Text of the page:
Be a Sandwich Samaritan at Our Deli

October 15 to 21, you will have an opportunity to support a local charity every time you buy a sandwich at our deli, through the Sandwich Samaritan Program. When you purchase a select deli or grab-and-go sandwich made with McKenzie Natural Artisan Deli meats, McKenzie will donate one dollar to a local charity, up to $1,000. The recipient of these funds will be our neighbor here in Montpelier, Another Way Community Center.

This is the second year for the Sandwich Samaritan program, which McKenzie’s Business Manager George Brown says has been a “great way to work with our customers in supporting local needs.”

In its first year, the Vermont Food Bank and Camp Ta-Kum-Ta were the sole beneficiaries of the program. This year, the funds have gone to those two organizations and now to Another Way. This marks Hunger Mountain Co-op’s first involvement with the program, which as previously been at City Market in Burlington, Lantman’s Market in Hinesburg, Richmond Market, Jericho Market and Kountry Kart Deli in Burlington.

As the program has grown, with the help of all these partners, Brown says they have measured success by “how it benefits the community, the relationship it builds with our customers and consumers and the level of participation our customers put into the program…both in store and through media exposure.” He expects the program to evolve and change as they continue to observe and react to local community needs.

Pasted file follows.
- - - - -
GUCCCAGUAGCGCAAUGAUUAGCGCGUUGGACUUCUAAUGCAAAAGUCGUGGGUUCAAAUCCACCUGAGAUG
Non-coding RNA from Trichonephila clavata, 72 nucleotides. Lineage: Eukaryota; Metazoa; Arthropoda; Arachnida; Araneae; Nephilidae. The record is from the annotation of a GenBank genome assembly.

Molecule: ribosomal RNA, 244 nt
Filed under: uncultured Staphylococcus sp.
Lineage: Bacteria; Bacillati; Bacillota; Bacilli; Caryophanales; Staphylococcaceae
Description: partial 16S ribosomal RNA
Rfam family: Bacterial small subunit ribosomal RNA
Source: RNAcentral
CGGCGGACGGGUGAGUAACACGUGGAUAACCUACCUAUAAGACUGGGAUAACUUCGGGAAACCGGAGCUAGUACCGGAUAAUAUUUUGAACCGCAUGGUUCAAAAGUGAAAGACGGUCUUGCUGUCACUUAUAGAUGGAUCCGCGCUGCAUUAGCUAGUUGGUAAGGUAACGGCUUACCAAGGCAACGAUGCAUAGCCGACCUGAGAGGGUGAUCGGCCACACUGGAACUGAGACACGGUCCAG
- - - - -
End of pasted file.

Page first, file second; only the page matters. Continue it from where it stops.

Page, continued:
“We really appreciate Hunger Mountain Co-op putting so much support into this program,” Brown says. “We are proud to work with you on this to benefit Another Way.”

According to Another Way Community Center’s House and Garden Manager Amiee Powers, the organization’s mission is to provide a safe and friendly place to share community, to network and to learn from each other. “We welcome everyone,especially persons seeking to overcome struggles and live well. Another Way grew out of the psychiatric survivor movement to counter oppressive systems of control and we continue to advocate for freedom and self-determination of care.”

In the past year, Powers says, Another Way has grown by doubling the number of individuals who seek out the organization’s support.  She adds, “We are level-funded each year by our primary funder, The Vermont Department of Mental Health, meaning we receive the same amount despite increased expenditures for maintaining our services. We reach out to community partners in filling in the gaps for essential service sand needed upgrades.”

Currently,the organization is fundraising to purchase a commercial stove. The Sandwich Samaritan program will help them achieve that goal and allow them to replace two eight year old residential stoves.

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